Economy & Policy

Slower Fiscal Contractions Are (Probably) Better


Some quick cuts, like limiting discretionary spending, are easy to make, but harder on growth

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Some quick cuts, like limiting discretionary spending, are easy to make, but harder on growth

Economists, like psychologists, are stuck with the unenviable task of proving with data things that the rest of us intuitively already suspect to be true. It makes intuitive sense, for example, that a sharp, immediate program of tax hikes and spending cuts would be more destructive than the same-size hikes and cuts drawn out over several years.

A new working paper by Steven Pennings of New York University and Esther Perez Ruiz of the International Monetary Fund puts some limited evidence behind this intuition. Fiscal policy prescriptions rely on “multipliers,” assumptions of how much effect a given dollar change in taxes or spending will have. Larger multipliers assume greater changes. The working paper looks at the multipliers of 63 “adjustment episodes”—political decisions to carry out tax hikes, spending cuts, or both—between 1978 and 2009 in the 17 economies of the Organization for Economic Cooperation and Development.

Pennings and Perez Ruiz developed measures of both the speed of a contraction and its evenness. Faster contractions are associated with higher multipliers, they found. And less even contractions, either front- or back-loaded, are associated with higher multipliers as well. The authors are careful to report a correlation, not causation; 63 episodes is a small sample set. (Though it’s about as big of a sample as you’re likely to find in a macroeconomic investigation.) They conclude, cautiously:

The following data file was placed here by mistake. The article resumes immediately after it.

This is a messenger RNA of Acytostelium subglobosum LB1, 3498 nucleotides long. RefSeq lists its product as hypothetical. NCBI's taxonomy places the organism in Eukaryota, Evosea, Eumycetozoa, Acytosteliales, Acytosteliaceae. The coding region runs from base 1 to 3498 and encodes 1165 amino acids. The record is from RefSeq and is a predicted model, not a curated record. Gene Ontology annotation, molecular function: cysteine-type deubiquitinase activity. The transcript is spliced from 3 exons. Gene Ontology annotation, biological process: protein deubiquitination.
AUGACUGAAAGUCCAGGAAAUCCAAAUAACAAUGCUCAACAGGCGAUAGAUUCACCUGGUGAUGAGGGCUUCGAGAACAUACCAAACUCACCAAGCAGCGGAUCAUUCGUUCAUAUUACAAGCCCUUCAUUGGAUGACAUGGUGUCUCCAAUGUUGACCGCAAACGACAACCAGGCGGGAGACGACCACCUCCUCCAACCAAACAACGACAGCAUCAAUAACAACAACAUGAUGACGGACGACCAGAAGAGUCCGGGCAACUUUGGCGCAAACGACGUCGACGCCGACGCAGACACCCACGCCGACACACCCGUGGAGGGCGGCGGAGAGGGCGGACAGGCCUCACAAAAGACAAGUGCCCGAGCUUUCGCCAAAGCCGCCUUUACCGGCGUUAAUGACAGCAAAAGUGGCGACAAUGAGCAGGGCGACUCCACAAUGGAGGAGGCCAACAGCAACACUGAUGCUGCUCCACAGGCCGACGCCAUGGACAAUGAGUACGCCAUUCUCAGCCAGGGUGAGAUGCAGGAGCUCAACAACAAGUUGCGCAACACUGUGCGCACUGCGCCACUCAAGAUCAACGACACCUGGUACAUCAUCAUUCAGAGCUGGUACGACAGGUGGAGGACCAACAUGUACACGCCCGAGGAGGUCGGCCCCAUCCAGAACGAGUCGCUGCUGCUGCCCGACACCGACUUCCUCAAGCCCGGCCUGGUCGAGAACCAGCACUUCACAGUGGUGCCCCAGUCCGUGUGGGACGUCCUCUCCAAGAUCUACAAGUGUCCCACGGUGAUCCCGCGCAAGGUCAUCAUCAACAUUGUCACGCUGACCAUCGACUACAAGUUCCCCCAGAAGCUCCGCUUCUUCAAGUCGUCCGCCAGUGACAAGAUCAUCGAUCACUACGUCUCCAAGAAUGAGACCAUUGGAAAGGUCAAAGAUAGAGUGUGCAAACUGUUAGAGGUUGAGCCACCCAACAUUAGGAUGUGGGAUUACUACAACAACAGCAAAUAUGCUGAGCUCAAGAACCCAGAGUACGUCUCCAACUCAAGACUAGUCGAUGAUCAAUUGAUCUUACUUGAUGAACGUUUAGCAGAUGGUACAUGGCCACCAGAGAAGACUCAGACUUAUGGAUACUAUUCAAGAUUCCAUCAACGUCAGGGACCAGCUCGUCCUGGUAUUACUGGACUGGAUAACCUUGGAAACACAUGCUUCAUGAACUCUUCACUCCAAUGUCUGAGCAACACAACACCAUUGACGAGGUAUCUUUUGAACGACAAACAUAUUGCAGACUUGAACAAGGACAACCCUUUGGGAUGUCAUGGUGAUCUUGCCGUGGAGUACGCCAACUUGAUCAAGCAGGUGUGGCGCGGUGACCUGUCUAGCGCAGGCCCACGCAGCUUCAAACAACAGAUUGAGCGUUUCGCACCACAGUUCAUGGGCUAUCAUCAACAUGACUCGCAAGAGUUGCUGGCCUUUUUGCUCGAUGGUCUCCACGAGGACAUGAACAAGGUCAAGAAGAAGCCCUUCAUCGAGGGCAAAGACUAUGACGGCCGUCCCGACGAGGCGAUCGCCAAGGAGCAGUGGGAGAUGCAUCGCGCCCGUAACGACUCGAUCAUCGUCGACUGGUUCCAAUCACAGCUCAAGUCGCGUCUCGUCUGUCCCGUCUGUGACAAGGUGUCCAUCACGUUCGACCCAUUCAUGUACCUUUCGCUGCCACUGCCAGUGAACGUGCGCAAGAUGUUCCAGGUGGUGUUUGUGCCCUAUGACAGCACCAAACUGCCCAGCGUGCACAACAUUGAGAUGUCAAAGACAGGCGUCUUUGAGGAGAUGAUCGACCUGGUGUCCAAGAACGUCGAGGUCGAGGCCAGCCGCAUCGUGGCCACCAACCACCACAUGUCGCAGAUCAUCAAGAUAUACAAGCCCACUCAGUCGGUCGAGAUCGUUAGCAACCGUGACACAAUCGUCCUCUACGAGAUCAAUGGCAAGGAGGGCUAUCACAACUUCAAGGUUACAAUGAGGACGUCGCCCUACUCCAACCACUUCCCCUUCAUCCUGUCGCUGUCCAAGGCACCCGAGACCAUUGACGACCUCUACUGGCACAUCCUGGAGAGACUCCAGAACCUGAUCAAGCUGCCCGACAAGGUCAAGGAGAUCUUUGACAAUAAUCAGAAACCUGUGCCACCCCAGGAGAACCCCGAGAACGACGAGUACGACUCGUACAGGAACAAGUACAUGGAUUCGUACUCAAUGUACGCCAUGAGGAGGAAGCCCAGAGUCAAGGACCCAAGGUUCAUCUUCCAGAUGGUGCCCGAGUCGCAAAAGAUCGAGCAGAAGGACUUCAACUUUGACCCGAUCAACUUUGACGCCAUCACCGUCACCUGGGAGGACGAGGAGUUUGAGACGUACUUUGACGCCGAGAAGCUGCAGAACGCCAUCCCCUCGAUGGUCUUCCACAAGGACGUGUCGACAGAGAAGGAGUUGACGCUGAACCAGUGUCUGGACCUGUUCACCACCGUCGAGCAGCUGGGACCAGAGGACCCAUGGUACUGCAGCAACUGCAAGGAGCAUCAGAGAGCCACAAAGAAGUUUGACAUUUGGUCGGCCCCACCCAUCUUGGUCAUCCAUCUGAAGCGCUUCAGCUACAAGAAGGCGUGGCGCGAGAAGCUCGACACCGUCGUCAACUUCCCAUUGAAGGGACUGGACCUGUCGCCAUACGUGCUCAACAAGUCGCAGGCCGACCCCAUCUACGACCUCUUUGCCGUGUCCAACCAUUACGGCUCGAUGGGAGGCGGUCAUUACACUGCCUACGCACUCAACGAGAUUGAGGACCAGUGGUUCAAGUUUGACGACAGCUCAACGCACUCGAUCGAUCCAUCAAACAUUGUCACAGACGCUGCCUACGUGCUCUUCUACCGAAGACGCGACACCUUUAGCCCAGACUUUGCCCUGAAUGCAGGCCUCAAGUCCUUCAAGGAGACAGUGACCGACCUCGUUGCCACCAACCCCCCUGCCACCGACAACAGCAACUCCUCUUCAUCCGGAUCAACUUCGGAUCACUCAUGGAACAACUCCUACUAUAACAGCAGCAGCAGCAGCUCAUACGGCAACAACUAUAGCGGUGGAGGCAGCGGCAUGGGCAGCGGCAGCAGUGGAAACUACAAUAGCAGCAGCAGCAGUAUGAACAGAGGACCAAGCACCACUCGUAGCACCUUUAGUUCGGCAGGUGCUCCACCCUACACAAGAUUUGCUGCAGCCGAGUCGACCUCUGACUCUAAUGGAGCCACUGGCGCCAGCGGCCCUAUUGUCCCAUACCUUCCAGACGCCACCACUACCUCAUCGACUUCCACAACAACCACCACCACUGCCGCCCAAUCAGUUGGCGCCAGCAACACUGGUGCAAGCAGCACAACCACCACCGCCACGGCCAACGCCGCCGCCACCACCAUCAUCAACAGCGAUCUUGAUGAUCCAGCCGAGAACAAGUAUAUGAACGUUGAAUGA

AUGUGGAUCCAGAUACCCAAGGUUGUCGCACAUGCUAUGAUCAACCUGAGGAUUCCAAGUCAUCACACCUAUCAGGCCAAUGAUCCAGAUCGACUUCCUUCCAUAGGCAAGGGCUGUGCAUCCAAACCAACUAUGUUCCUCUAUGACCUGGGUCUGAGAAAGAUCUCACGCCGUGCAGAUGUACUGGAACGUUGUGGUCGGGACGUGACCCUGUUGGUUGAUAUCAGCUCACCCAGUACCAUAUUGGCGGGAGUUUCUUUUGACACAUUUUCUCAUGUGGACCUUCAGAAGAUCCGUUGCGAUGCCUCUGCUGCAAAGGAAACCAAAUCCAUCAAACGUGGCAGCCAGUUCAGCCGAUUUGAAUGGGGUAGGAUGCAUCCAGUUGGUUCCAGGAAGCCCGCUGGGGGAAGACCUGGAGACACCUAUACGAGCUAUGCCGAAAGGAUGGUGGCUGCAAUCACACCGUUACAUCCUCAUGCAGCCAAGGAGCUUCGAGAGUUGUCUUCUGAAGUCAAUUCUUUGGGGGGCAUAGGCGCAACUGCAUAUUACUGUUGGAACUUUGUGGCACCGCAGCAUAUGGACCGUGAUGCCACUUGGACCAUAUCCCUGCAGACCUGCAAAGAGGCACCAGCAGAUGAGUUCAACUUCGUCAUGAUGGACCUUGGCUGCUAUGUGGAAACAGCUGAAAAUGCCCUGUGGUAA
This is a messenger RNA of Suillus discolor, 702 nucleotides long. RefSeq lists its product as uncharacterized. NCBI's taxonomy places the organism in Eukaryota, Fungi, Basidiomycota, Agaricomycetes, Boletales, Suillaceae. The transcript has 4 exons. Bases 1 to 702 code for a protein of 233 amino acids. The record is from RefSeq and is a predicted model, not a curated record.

Although it is difficult to identify a precise optimal pace, our findings suggest that a steady course of adjustment over several years may reduce the adverse effect of fiscal consolidation on growth.

 
The paper hazards a few guesses at what might make a quick contraction harder on the economy. Longer contractions can spread out the pain over an entire business cycle, and there is some evidence that tightening fiscal policy during a recession causes higher multipliers. And some quick cuts, like limiting discretionary spending, are easy to make, but harder on growth. “For example,” the authors write, “pension reforms typically take long to negotiate and implement, but may have a lower impact on growth than, say, cutting back on public investment.”

Left unsaid was that this is exactly what has happened in the U.S. Over the long term, some kind of fiscal contraction will have to happen. But Congress cannot reach agreement on tax reform or medical spending, so instead it’s cutting the discretionary spending that is definitely not part of the long-term problem.

But here’s another unenviable part of being an economist: Just because empirical evidence shows something to be probably true doesn’t mean it’s politically possible. Pennings and Perez Ruiz recognize this:
 

Political economy considerations such as reform fatigue or a reduced sense of urgency as the activity recovers may also make it difficult to sustain consolidation over time, calling for some front-loading of the adjustment.

 
Big changes require trust over time, the ability for two parties to say to each other, “Not only will we take this small step together now, we will take it again next year, and the year after that.” That trust is missing between parties in the U.S., and it is missing between countries in the euro zone; stronger countries fear that they can only force policy changes on weaker countries while a bailout program is still in place. So instead of paced, drawn-out contractions, we’re left with all that’s politically feasible: short, sharp, and probably more destructive cuts.

Greeley-brendan-190
Greeley is a staff writer for Bloomberg Businessweek in New York.

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